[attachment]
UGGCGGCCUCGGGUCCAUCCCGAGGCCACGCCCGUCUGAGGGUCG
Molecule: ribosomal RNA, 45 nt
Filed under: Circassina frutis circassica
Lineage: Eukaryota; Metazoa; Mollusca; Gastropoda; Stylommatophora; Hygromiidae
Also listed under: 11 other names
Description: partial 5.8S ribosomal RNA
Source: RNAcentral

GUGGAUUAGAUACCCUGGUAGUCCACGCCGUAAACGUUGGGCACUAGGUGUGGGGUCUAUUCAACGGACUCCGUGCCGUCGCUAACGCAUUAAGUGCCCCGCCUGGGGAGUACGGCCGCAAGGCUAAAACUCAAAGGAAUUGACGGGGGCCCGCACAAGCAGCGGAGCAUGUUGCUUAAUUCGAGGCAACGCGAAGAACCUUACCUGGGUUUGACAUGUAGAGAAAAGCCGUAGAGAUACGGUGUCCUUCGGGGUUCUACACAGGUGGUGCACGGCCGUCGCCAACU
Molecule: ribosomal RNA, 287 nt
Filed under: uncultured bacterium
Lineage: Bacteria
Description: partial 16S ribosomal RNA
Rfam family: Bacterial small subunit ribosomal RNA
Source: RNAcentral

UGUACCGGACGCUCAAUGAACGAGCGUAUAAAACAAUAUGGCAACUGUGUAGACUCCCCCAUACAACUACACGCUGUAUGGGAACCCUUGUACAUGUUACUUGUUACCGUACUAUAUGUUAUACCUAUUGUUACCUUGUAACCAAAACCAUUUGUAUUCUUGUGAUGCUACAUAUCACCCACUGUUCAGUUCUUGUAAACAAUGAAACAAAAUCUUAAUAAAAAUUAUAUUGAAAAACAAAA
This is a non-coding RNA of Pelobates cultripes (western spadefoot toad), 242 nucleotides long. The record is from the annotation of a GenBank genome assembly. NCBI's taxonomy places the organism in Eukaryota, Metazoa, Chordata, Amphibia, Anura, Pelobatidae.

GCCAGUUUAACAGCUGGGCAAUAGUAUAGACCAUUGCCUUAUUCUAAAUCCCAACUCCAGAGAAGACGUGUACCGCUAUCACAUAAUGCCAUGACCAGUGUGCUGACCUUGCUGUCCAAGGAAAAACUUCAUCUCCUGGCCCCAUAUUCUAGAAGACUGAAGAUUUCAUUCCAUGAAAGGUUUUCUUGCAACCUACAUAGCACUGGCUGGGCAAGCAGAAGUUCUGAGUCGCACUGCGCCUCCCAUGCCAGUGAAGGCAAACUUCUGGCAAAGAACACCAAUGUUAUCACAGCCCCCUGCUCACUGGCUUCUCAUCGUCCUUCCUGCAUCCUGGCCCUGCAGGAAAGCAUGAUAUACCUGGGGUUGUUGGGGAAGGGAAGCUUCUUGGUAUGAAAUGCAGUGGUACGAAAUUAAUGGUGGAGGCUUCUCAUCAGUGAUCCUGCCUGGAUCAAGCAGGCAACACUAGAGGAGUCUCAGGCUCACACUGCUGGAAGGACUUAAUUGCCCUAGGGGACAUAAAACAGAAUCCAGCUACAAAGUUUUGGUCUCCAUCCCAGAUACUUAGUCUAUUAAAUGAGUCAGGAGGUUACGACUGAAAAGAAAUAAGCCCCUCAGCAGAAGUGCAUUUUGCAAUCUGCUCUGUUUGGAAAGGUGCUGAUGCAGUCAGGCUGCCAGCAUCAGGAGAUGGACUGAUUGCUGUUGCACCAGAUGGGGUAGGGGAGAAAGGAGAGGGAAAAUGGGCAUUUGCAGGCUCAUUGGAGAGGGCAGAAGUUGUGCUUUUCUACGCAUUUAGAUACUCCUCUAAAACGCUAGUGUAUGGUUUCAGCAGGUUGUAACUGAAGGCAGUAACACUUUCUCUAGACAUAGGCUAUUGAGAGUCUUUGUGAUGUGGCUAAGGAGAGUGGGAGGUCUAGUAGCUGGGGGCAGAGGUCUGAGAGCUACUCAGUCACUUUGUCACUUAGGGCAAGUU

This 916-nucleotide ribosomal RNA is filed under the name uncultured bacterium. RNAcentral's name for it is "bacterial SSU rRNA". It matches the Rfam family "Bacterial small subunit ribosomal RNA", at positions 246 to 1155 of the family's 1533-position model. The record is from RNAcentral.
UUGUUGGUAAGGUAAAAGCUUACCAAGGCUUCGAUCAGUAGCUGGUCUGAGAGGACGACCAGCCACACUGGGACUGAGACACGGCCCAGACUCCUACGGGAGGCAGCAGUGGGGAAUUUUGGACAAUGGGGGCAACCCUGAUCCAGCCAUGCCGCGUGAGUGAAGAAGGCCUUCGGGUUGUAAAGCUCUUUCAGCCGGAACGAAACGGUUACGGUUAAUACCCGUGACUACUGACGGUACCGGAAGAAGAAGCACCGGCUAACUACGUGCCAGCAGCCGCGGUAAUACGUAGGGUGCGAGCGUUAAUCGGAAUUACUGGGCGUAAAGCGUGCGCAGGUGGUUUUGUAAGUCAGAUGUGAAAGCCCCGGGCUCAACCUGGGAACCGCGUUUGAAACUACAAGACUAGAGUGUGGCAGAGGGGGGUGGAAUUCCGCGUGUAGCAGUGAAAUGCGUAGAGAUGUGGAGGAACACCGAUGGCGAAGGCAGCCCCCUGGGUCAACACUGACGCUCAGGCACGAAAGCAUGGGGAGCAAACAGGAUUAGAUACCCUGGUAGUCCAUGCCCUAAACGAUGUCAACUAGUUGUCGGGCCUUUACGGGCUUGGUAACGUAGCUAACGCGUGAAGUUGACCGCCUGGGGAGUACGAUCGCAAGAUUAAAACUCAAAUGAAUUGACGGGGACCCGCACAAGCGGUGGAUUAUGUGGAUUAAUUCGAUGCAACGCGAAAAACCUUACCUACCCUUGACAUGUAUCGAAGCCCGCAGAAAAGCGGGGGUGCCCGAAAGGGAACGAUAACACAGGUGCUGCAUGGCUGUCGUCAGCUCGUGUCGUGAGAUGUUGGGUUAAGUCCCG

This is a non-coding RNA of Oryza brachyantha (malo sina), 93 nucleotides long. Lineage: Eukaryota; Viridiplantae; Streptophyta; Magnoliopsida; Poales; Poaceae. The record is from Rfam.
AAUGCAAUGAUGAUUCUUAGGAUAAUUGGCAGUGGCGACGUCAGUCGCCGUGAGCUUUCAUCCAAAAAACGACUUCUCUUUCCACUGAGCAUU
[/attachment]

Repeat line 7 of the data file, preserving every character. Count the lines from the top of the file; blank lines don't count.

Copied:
Source: RNAcentral